Exactly three Escapes and four Explorers are affected

Ford just issued two of the smallest safety compliance recalls in history. The automaker has reason to believe three 2016 Escape crossovers and four Police Interceptor Utility Vehicles left the factory with defects, which could potentially cause harm to users. These laughably small recalls are juxtaposed against another recall announced at the same time. This one affects 402,000 Transit vans built between 2015 and 2017. While these larger recalls have seemingly become “business as usual” for automakers, it’s rare to hear a voluntarily recall for vehicles in the single digits.

In fact, only BMW has Ford beat, according to online information. It recalled a single – one, uno, 1.02017 X3 xDrive28i back in October of 2016 for an issue with its electronic power steering. Of course, I’m not counting boutique automakers with relatively tiny production numbers like McLaren, Pagani, and Koenigsegg. At the opposite end of the recall spectrum, the ongoing Takata airbag recall has entangled more than two-dozen automakers and nearly 70 million vehicles. The recall began in 2013 due to faulty inflators that could explode upon airbag deployment, sending metal shrapnel into passengers’ faces. Sadly, at least 11 deaths and more than 150 injuries have been reported in the U.S. alone. Thankfully, Ford has no reports of injuries resulting from the Explorer, Escape, or Transit van. So what exactly is prompting these recalls? Keep reading to find out.

Continue reading for more information.

What These Recalls Are About

2016 Ford Police Interceptor Utility High Resolution Exterior
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Three…
Ford says four of its 2017 Police Interceptor Utility vehicles, which are based on the Explorer, could be missing inboard anchor bolts on the second-row bench. Obviously, if the seat isn’t secured to the floor, passengers could experience an extra wild ride in a collision. That’s especially true for these police cars since most have steel cages ahead of second-row passengers. As mentioned, Ford is unaware of any injuries from this issue. The Explorers in question were built on January 20, 2017, at Ford’s Chicago Assembly Plant in Illinois.

2017 Ford Escape
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Two…
As for the three Escape models, Ford says the driver’s knee airbag might not properly inflate during a crash due to low levels of inflator gas generant material. These three Escapes were built on December 18, 2015, at the Louisville Assembly Plant in Kentucky. While knee airbags are a relatively new safety system and vehicles have gone without them for 100 years, they are part of the Escape’s advertised (and NHTSA rated) safety equipment. Having them work properly is important. But, as least they’re not shooting shrapnel like Takata’s airbags. Likewise, no injuries have been reported from this issue.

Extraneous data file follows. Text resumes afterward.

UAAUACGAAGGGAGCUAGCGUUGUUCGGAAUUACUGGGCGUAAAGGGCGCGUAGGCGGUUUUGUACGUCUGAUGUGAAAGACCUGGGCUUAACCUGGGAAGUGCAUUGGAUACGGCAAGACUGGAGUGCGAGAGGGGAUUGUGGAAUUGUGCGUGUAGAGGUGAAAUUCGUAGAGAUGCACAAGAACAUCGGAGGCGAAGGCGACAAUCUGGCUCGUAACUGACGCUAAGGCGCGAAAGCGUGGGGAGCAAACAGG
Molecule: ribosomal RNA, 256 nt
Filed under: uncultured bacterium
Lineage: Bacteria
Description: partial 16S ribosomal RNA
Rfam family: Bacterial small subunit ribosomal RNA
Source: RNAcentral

2014 Ford Transit High Resolution Exterior
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402,462…
The Transit van recall is a bit more concerning. Apparently, a flexible coupling along the driveshaft can crack and sheer, potentially leading to a loss of power while driving, or worse, a vehicle roll-away if parked without the parking brake engaged. In addition, the severed driveshaft could potentially damage brake and fuel lines in the surrounding area. The recall is widespread across the Transit lineup and includes the cargo and passenger Transit with the medium, long, and extended wheelbases. The medium-wheelbase chassis cab Transit is included, too. In total, 402,462 North American Transits are under the recall, with 370,630 in the U.S., 26,254 in Canada, 3,217 in Mexico, and 2,361 in U.S. Territories.

Ford says the affected Transits were built between January 17, 2014 and June 15, 2017, equating to the 2015 through 2017 model-year vans.

Interestingly enough, Ford says the flexible coupling isn’t likely to fail before 30,000 miles. What’s more, a permanent solution to the deteriorating part hasn’t been found, so Ford will continually replace the coupling on every Transit every 30,000 miles. So Transits with less than 30,000 miles are fine until hitting the magic number. After that, the coupling will be replaced every 30,000 miles, or until Ford finds a longer-lasting solution. It’s not a pretty solution, but you’ve got to applaud Ford for going the extra step.

As with any recall, the seat anchors, knee airbags, and driveshaft couplings will be fixed at no cost to the owners. Ford dealerships will be contacting the owners of these affected vehicles to schedule a service date. Customers can also input their VIN into the NHTSA’s online database of vehicle recalls.